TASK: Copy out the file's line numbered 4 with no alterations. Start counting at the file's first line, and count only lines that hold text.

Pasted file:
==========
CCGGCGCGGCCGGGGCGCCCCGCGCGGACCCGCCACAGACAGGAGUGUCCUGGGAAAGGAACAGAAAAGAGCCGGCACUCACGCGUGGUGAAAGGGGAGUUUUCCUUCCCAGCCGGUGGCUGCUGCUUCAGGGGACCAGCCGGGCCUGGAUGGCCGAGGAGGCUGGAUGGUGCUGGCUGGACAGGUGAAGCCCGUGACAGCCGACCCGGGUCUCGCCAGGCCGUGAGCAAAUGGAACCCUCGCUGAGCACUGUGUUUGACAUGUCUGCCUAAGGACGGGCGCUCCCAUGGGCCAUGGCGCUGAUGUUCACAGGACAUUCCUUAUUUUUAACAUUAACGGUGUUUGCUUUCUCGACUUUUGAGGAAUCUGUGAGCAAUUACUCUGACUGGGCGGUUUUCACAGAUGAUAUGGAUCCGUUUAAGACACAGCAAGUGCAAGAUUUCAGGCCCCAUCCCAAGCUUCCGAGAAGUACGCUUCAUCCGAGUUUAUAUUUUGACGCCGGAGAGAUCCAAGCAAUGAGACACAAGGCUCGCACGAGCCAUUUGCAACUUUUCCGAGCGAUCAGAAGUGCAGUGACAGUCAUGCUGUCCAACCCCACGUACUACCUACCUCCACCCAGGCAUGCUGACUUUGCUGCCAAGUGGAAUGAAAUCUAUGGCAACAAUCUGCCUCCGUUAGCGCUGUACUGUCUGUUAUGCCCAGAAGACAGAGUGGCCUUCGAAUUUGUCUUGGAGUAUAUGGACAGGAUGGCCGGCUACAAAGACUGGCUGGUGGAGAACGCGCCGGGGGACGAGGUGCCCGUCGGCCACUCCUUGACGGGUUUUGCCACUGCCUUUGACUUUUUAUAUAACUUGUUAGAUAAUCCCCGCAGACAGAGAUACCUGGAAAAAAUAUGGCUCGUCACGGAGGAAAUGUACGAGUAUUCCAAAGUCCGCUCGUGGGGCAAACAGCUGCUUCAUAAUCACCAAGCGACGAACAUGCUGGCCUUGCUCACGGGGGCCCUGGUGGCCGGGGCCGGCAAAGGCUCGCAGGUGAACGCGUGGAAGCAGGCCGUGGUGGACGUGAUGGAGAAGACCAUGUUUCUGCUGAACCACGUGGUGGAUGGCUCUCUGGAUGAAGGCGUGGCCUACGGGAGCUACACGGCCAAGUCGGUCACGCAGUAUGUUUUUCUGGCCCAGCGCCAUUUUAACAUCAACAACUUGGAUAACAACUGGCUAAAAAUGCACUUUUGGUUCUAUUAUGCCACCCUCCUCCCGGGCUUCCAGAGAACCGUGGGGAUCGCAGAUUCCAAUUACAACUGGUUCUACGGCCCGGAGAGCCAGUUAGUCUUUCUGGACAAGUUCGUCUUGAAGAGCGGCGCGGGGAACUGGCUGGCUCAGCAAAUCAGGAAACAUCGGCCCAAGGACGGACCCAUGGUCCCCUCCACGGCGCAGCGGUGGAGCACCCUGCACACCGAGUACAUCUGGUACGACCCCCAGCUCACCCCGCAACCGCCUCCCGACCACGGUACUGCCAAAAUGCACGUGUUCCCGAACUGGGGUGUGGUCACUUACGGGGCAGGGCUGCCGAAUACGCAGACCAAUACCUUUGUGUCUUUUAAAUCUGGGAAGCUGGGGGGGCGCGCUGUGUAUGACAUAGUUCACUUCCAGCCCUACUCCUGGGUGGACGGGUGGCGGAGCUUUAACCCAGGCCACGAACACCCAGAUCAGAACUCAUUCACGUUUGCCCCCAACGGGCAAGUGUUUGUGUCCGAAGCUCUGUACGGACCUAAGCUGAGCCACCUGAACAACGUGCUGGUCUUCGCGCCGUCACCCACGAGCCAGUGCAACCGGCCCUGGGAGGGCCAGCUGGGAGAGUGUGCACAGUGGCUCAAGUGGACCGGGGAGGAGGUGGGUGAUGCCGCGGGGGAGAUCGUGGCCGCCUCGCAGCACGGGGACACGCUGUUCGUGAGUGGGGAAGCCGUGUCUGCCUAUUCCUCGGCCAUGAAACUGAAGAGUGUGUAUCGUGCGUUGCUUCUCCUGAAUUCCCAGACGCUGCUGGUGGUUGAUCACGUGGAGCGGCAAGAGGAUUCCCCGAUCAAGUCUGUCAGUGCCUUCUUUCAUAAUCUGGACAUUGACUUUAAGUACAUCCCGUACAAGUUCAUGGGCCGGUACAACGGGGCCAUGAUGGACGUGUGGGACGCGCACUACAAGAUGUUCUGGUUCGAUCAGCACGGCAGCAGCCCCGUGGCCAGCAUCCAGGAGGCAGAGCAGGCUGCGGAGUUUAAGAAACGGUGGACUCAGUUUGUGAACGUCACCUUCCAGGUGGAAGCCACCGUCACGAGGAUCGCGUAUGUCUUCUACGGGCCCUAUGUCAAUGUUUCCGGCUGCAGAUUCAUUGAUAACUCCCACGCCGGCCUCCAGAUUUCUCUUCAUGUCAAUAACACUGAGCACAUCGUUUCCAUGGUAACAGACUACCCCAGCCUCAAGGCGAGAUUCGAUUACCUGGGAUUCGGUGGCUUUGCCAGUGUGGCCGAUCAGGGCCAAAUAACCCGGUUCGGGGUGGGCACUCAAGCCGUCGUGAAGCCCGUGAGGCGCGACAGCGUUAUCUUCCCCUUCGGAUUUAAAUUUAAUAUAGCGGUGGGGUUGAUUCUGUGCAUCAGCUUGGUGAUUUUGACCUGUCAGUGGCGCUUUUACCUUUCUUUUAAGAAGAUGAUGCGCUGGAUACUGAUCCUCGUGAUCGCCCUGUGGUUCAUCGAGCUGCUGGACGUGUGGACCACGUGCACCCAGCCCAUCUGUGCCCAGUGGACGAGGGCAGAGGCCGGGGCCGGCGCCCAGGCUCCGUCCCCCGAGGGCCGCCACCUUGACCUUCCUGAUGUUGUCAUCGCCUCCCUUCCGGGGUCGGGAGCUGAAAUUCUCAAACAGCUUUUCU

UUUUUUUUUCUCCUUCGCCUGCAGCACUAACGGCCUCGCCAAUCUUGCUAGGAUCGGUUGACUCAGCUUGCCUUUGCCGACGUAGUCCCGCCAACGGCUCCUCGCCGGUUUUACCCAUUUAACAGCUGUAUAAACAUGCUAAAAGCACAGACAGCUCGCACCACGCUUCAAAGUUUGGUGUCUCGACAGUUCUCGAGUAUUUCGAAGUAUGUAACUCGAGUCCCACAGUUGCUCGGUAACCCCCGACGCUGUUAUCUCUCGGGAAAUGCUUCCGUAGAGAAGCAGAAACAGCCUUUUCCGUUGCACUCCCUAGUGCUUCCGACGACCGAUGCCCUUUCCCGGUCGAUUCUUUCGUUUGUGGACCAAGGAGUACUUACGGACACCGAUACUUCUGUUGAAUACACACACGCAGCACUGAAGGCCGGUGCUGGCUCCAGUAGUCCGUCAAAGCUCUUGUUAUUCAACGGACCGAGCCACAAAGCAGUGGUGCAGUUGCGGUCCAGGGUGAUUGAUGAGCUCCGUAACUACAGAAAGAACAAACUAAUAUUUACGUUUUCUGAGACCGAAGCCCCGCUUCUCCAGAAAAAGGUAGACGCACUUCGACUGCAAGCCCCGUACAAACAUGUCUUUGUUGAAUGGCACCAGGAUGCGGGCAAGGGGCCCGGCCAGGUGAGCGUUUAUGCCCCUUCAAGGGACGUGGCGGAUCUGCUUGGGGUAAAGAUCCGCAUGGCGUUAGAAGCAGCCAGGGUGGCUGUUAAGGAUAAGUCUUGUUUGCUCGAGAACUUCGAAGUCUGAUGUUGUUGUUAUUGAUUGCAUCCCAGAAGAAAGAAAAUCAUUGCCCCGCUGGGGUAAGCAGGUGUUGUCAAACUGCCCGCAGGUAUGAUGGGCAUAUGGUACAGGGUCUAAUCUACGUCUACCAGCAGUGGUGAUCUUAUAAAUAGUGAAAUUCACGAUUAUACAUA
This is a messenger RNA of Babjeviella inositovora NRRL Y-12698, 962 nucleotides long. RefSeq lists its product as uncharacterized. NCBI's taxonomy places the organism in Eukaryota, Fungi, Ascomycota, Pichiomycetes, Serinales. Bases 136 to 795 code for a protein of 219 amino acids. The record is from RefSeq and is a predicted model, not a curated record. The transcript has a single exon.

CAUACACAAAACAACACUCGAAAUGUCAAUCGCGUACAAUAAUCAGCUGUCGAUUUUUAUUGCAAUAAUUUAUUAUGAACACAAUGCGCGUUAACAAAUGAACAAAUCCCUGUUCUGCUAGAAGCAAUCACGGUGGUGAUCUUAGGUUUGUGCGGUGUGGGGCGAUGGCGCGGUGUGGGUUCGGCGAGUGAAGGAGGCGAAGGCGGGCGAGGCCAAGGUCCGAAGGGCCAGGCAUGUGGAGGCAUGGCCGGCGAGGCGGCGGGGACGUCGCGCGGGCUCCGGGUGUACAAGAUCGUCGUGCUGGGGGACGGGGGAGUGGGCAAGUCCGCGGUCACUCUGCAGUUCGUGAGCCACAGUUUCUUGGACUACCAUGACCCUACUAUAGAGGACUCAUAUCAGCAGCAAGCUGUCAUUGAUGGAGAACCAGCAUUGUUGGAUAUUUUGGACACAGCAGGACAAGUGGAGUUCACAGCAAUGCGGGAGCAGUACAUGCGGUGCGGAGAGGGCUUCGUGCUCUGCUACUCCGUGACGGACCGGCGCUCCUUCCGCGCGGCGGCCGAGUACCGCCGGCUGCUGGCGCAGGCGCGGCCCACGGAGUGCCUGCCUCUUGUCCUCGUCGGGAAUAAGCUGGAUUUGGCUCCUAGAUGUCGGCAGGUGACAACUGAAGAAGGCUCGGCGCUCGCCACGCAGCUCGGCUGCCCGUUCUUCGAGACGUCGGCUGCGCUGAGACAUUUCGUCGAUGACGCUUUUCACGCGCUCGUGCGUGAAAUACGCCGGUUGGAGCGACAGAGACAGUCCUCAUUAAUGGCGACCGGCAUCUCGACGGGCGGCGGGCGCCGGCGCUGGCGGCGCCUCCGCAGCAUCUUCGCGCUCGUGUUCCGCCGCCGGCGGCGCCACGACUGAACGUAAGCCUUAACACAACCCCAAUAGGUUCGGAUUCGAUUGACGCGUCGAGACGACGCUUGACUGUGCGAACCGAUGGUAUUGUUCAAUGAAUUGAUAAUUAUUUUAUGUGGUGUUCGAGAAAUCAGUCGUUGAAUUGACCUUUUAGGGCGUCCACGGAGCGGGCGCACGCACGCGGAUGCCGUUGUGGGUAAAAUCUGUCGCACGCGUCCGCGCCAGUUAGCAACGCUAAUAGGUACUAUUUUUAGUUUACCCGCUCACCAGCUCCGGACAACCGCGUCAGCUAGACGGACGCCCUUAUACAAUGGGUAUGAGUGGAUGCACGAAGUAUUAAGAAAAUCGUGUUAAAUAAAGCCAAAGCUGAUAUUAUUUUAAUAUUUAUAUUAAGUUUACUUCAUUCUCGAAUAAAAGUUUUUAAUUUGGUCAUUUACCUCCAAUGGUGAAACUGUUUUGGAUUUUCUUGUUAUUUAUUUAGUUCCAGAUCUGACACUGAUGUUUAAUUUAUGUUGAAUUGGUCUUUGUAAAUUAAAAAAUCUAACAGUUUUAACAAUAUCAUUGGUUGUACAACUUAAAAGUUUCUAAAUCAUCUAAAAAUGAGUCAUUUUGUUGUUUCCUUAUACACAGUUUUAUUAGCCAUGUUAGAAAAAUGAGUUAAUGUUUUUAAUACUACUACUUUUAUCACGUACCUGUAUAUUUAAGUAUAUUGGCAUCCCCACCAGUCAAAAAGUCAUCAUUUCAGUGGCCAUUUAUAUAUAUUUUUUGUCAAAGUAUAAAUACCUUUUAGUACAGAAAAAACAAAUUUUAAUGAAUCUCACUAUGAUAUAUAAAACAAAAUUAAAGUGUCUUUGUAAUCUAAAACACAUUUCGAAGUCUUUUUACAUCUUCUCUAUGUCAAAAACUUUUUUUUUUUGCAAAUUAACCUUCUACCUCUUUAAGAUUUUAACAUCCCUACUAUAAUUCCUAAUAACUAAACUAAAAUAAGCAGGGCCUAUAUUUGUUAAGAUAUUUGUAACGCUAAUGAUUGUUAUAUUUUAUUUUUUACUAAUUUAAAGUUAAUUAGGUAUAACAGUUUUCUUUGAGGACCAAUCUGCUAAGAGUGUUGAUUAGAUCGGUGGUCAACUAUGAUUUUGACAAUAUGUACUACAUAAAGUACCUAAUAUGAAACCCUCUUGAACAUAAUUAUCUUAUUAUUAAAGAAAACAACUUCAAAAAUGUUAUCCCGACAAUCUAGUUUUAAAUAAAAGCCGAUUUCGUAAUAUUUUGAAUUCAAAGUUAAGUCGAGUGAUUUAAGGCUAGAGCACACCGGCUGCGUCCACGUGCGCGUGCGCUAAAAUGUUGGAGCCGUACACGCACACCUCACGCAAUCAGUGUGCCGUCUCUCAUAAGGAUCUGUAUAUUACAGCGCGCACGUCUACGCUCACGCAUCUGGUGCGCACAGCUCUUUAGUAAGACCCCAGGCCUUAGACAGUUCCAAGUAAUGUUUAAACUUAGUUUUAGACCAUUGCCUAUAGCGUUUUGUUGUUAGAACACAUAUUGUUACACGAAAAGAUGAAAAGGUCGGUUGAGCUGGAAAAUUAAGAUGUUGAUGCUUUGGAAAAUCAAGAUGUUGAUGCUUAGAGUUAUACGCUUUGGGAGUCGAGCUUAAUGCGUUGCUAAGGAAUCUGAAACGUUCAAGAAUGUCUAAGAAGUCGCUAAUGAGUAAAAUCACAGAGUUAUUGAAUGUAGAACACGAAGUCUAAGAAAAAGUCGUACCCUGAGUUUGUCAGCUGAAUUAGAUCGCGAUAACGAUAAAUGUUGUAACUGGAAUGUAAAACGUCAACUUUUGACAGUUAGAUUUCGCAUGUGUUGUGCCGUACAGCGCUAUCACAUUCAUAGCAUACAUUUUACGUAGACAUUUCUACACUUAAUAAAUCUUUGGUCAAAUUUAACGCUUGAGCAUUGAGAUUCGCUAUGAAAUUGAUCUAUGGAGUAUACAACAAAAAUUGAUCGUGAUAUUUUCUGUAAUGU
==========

CAUACACAAAACAACACUCGAAAUGUCAAUCGCGUACAAUAAUCAGCUGUCGAUUUUUAUUGCAAUAAUUUAUUAUGAACACAAUGCGCGUUAACAAAUGAACAAAUCCCUGUUCUGCUAGAAGCAAUCACGGUGGUGAUCUUAGGUUUGUGCGGUGUGGGGCGAUGGCGCGGUGUGGGUUCGGCGAGUGAAGGAGGCGAAGGCGGGCGAGGCCAAGGUCCGAAGGGCCAGGCAUGUGGAGGCAUGGCCGGCGAGGCGGCGGGGACGUCGCGCGGGCUCCGGGUGUACAAGAUCGUCGUGCUGGGGGACGGGGGAGUGGGCAAGUCCGCGGUCACUCUGCAGUUCGUGAGCCACAGUUUCUUGGACUACCAUGACCCUACUAUAGAGGACUCAUAUCAGCAGCAAGCUGUCAUUGAUGGAGAACCAGCAUUGUUGGAUAUUUUGGACACAGCAGGACAAGUGGAGUUCACAGCAAUGCGGGAGCAGUACAUGCGGUGCGGAGAGGGCUUCGUGCUCUGCUACUCCGUGACGGACCGGCGCUCCUUCCGCGCGGCGGCCGAGUACCGCCGGCUGCUGGCGCAGGCGCGGCCCACGGAGUGCCUGCCUCUUGUCCUCGUCGGGAAUAAGCUGGAUUUGGCUCCUAGAUGUCGGCAGGUGACAACUGAAGAAGGCUCGGCGCUCGCCACGCAGCUCGGCUGCCCGUUCUUCGAGACGUCGGCUGCGCUGAGACAUUUCGUCGAUGACGCUUUUCACGCGCUCGUGCGUGAAAUACGCCGGUUGGAGCGACAGAGACAGUCCUCAUUAAUGGCGACCGGCAUCUCGACGGGCGGCGGGCGCCGGCGCUGGCGGCGCCUCCGCAGCAUCUUCGCGCUCGUGUUCCGCCGCCGGCGGCGCCACGACUGAACGUAAGCCUUAACACAACCCCAAUAGGUUCGGAUUCGAUUGACGCGUCGAGACGACGCUUGACUGUGCGAACCGAUGGUAUUGUUCAAUGAAUUGAUAAUUAUUUUAUGUGGUGUUCGAGAAAUCAGUCGUUGAAUUGACCUUUUAGGGCGUCCACGGAGCGGGCGCACGCACGCGGAUGCCGUUGUGGGUAAAAUCUGUCGCACGCGUCCGCGCCAGUUAGCAACGCUAAUAGGUACUAUUUUUAGUUUACCCGCUCACCAGCUCCGGACAACCGCGUCAGCUAGACGGACGCCCUUAUACAAUGGGUAUGAGUGGAUGCACGAAGUAUUAAGAAAAUCGUGUUAAAUAAAGCCAAAGCUGAUAUUAUUUUAAUAUUUAUAUUAAGUUUACUUCAUUCUCGAAUAAAAGUUUUUAAUUUGGUCAUUUACCUCCAAUGGUGAAACUGUUUUGGAUUUUCUUGUUAUUUAUUUAGUUCCAGAUCUGACACUGAUGUUUAAUUUAUGUUGAAUUGGUCUUUGUAAAUUAAAAAAUCUAACAGUUUUAACAAUAUCAUUGGUUGUACAACUUAAAAGUUUCUAAAUCAUCUAAAAAUGAGUCAUUUUGUUGUUUCCUUAUACACAGUUUUAUUAGCCAUGUUAGAAAAAUGAGUUAAUGUUUUUAAUACUACUACUUUUAUCACGUACCUGUAUAUUUAAGUAUAUUGGCAUCCCCACCAGUCAAAAAGUCAUCAUUUCAGUGGCCAUUUAUAUAUAUUUUUUGUCAAAGUAUAAAUACCUUUUAGUACAGAAAAAACAAAUUUUAAUGAAUCUCACUAUGAUAUAUAAAACAAAAUUAAAGUGUCUUUGUAAUCUAAAACACAUUUCGAAGUCUUUUUACAUCUUCUCUAUGUCAAAAACUUUUUUUUUUUGCAAAUUAACCUUCUACCUCUUUAAGAUUUUAACAUCCCUACUAUAAUUCCUAAUAACUAAACUAAAAUAAGCAGGGCCUAUAUUUGUUAAGAUAUUUGUAACGCUAAUGAUUGUUAUAUUUUAUUUUUUACUAAUUUAAAGUUAAUUAGGUAUAACAGUUUUCUUUGAGGACCAAUCUGCUAAGAGUGUUGAUUAGAUCGGUGGUCAACUAUGAUUUUGACAAUAUGUACUACAUAAAGUACCUAAUAUGAAACCCUCUUGAACAUAAUUAUCUUAUUAUUAAAGAAAACAACUUCAAAAAUGUUAUCCCGACAAUCUAGUUUUAAAUAAAAGCCGAUUUCGUAAUAUUUUGAAUUCAAAGUUAAGUCGAGUGAUUUAAGGCUAGAGCACACCGGCUGCGUCCACGUGCGCGUGCGCUAAAAUGUUGGAGCCGUACACGCACACCUCACGCAAUCAGUGUGCCGUCUCUCAUAAGGAUCUGUAUAUUACAGCGCGCACGUCUACGCUCACGCAUCUGGUGCGCACAGCUCUUUAGUAAGACCCCAGGCCUUAGACAGUUCCAAGUAAUGUUUAAACUUAGUUUUAGACCAUUGCCUAUAGCGUUUUGUUGUUAGAACACAUAUUGUUACACGAAAAGAUGAAAAGGUCGGUUGAGCUGGAAAAUUAAGAUGUUGAUGCUUUGGAAAAUCAAGAUGUUGAUGCUUAGAGUUAUACGCUUUGGGAGUCGAGCUUAAUGCGUUGCUAAGGAAUCUGAAACGUUCAAGAAUGUCUAAGAAGUCGCUAAUGAGUAAAAUCACAGAGUUAUUGAAUGUAGAACACGAAGUCUAAGAAAAAGUCGUACCCUGAGUUUGUCAGCUGAAUUAGAUCGCGAUAACGAUAAAUGUUGUAACUGGAAUGUAAAACGUCAACUUUUGACAGUUAGAUUUCGCAUGUGUUGUGCCGUACAGCGCUAUCACAUUCAUAGCAUACAUUUUACGUAGACAUUUCUACACUUAAUAAAUCUUUGGUCAAAUUUAACGCUUGAGCAUUGAGAUUCGCUAUGAAAUUGAUCUAUGGAGUAUACAACAAAAAUUGAUCGUGAUAUUUUCUGUAAUGU